This is another one we see a ton. I imagine authors want the reader to know how well thought out the characters’ plans are, but the reality is that watching characters stand around and talk about their plans is boring. It is much more interesting to watch the characters carry out those plans; remember one of the cardinal rules of writing: Don’t show your reader the same thing twice! Your audience definitely does not want to read about your characters giving a detailed description of their plans, followed by you describing how your characters execute those exact same plans.
So, should you ever show characters discussing plans? Of course! There are a couple of situations in which showing the characters discussing their plans adds value to the story. To give an example that includes a few reasons for showing plans being discussed, I’m going to turn back to Erica Woods in Assembly (can you tell I read this recently?)
“Which of you will take her?” Ash asked, tearing me away from dark thoughts and bringing me back to the present.
“Zakh,” Blake said. “If she is seen with me, they will know how important she is to you. But since Zakh isn’t an alpha, they might underestimate her value.”
I squashed a snarl and forced bland thoughts before I challenged the wolf who would be spending too much time with my female in the coming days. Every cell in my body longed to hunt. Fangs lengthened as I imagined tearing out a throat or two, bathing in the blood of all the males who would come sniffing around our little female.
Was no doubt in my mind they’d want her. All the wolves who saw her would be enthralled by her quiet beauty; the kindness shining in her wide, trusting eyes; by the naked vulnerability she couldn’t hide even when her core of strength awoke and tried to protect her.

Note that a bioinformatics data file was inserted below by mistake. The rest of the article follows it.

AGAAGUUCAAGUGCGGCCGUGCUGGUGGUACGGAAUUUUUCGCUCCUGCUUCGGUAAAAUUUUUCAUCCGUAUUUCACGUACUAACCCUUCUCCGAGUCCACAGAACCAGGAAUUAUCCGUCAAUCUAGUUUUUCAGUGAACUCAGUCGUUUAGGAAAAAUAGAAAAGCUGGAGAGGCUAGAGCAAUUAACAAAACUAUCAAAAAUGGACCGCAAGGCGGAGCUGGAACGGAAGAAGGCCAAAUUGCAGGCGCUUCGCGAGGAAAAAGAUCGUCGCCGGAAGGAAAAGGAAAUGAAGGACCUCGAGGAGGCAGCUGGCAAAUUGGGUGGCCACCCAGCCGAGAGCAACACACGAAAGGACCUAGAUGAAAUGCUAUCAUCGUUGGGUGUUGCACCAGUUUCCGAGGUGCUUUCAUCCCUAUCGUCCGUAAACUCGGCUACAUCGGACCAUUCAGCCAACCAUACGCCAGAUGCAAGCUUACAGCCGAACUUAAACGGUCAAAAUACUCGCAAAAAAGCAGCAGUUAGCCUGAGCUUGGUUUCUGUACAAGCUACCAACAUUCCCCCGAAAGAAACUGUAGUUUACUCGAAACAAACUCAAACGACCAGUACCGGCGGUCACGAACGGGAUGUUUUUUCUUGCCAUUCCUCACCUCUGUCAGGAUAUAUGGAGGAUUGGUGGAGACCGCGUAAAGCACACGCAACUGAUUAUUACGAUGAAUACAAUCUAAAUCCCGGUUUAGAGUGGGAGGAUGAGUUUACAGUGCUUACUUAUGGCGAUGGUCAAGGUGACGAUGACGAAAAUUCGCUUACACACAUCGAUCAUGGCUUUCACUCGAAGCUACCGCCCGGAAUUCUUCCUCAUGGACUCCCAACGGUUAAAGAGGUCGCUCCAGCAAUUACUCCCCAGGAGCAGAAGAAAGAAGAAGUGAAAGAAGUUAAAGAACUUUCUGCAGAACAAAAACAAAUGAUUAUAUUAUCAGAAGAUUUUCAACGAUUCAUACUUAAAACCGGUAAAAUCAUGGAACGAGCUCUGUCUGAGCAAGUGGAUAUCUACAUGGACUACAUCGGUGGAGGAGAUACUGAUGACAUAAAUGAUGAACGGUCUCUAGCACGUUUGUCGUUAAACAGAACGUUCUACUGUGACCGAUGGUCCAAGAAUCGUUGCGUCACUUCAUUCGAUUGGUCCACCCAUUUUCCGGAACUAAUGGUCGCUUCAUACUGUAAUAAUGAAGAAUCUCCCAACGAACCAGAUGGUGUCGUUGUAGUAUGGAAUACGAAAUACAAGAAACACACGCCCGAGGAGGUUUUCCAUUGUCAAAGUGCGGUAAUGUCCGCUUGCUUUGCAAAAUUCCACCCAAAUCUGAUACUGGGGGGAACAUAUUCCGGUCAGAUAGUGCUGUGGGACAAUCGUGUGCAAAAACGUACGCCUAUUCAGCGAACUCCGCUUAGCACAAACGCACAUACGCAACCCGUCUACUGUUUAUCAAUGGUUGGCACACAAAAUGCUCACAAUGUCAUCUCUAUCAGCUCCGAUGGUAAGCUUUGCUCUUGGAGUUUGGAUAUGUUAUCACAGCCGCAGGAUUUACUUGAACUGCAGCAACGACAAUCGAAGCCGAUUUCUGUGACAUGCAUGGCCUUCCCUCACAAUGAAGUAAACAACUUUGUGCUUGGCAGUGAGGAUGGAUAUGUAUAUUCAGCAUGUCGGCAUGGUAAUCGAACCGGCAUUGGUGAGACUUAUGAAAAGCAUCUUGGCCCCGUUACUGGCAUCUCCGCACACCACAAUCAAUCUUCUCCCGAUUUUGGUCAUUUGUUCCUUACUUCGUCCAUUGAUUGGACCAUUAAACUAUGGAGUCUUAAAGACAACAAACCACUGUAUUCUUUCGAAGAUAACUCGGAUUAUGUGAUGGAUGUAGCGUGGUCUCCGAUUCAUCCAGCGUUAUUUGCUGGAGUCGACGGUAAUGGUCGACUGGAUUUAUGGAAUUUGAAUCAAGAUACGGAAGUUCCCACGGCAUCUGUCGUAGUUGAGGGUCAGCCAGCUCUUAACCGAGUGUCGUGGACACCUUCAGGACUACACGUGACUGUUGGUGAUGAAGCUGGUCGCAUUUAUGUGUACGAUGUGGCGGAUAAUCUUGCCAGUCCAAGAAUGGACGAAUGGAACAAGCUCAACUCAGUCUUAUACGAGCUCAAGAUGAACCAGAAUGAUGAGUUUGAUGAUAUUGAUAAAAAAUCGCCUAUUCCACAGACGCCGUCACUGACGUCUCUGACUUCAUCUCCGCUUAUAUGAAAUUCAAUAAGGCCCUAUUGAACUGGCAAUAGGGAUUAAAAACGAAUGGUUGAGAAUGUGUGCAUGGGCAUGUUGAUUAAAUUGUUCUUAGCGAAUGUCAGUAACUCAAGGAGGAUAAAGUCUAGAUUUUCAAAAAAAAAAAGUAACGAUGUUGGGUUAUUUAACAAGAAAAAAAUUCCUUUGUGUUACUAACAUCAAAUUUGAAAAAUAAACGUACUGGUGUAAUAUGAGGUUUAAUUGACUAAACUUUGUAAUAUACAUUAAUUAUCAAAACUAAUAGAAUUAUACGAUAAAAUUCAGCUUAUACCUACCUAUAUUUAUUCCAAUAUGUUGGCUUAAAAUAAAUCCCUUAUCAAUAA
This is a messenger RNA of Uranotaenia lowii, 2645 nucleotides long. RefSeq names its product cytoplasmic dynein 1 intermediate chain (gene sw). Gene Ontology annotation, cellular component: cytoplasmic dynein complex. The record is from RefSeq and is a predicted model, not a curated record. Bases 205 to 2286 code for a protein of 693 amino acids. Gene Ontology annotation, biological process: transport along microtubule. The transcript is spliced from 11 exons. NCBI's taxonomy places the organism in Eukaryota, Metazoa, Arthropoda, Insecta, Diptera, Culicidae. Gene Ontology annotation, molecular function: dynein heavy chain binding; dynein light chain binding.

Would they prey on her kindness? Offer smiles to her face and claws to her back?
“Won’t work,” I snarled, an answer to Blake and a promise to myself. “They’ll see right through it.” No one who laid eyes on Hope would fail to see her intrinsic value.
A slow smile captured Blake’s face.
Considered punching it off.
“Not everyone sees her as you do, mon amie,” the too-pretty male drawled.
Zakh’s lip twitched. “I’ll protect girl,” he said in a thick accent.
Considered punching the Russian bastard too. Zakh could speak perfect English, stilted and stiff, but perfect. That he didn’t now could only mean the moon still held him in her thrall.
Made him dangerous.
My lungs expanded, ready to expel a great roar of challenge, but then I caught a glimpse of my female and the sound died in my throat.
Why is it okay for Erica to have included this planning scene? A few reasons; she was able to develop the POV character when she showed his internal struggle with the plans being laid out. Character development is generally a valid reason to “show” a scene. Also, we learn some world building when it is explained that others will measure Hope’s value to her pack based on whose team they arrange for her to be on. Finally, it lays the groundwork for a progressive complication later on in the story when teams are chosen and Hope ends up getting picked by an alpha who is not an ally of her pack. Because things are not going to go according to plan, the reader does not receive repeated information later on.
This one is HUGE! Nothing kills narrative flow like ‘telling’ readers how someone is feeling (or not touching on emotions at all) during what should be a particularly high-emotion scene. Let’s look at that last scene from Assembly again.
I didn’t like the idea of Hope around all those strange males.
“I squashed a snarl and forced bland thoughts before I challenged the wolf who would be spending too much time with my female in the coming days. Every cell in my body longed to hunt. Fangs lengthened as I imagined tearing out a throat or two, bathing in the blood of all the males who would come sniffing around our little female.”
‘Showing’ conveys the character’s feelings during this high-emotion scene much more effectively than simply ‘telling’. Of course, not every scene is high emotion, and it can be perfectly acceptable to ‘tell’ your reader the character’s emotional state at times, but it will always be a less immersive experience.
What do you think?
These are the problem areas I see most often in manuscripts, as well as the techniques I suggest for correction. What about you? What areas do you notice, in your writing or others, where the author should show instead of tell, or tell instead of show? Drop your feedback in the comments below!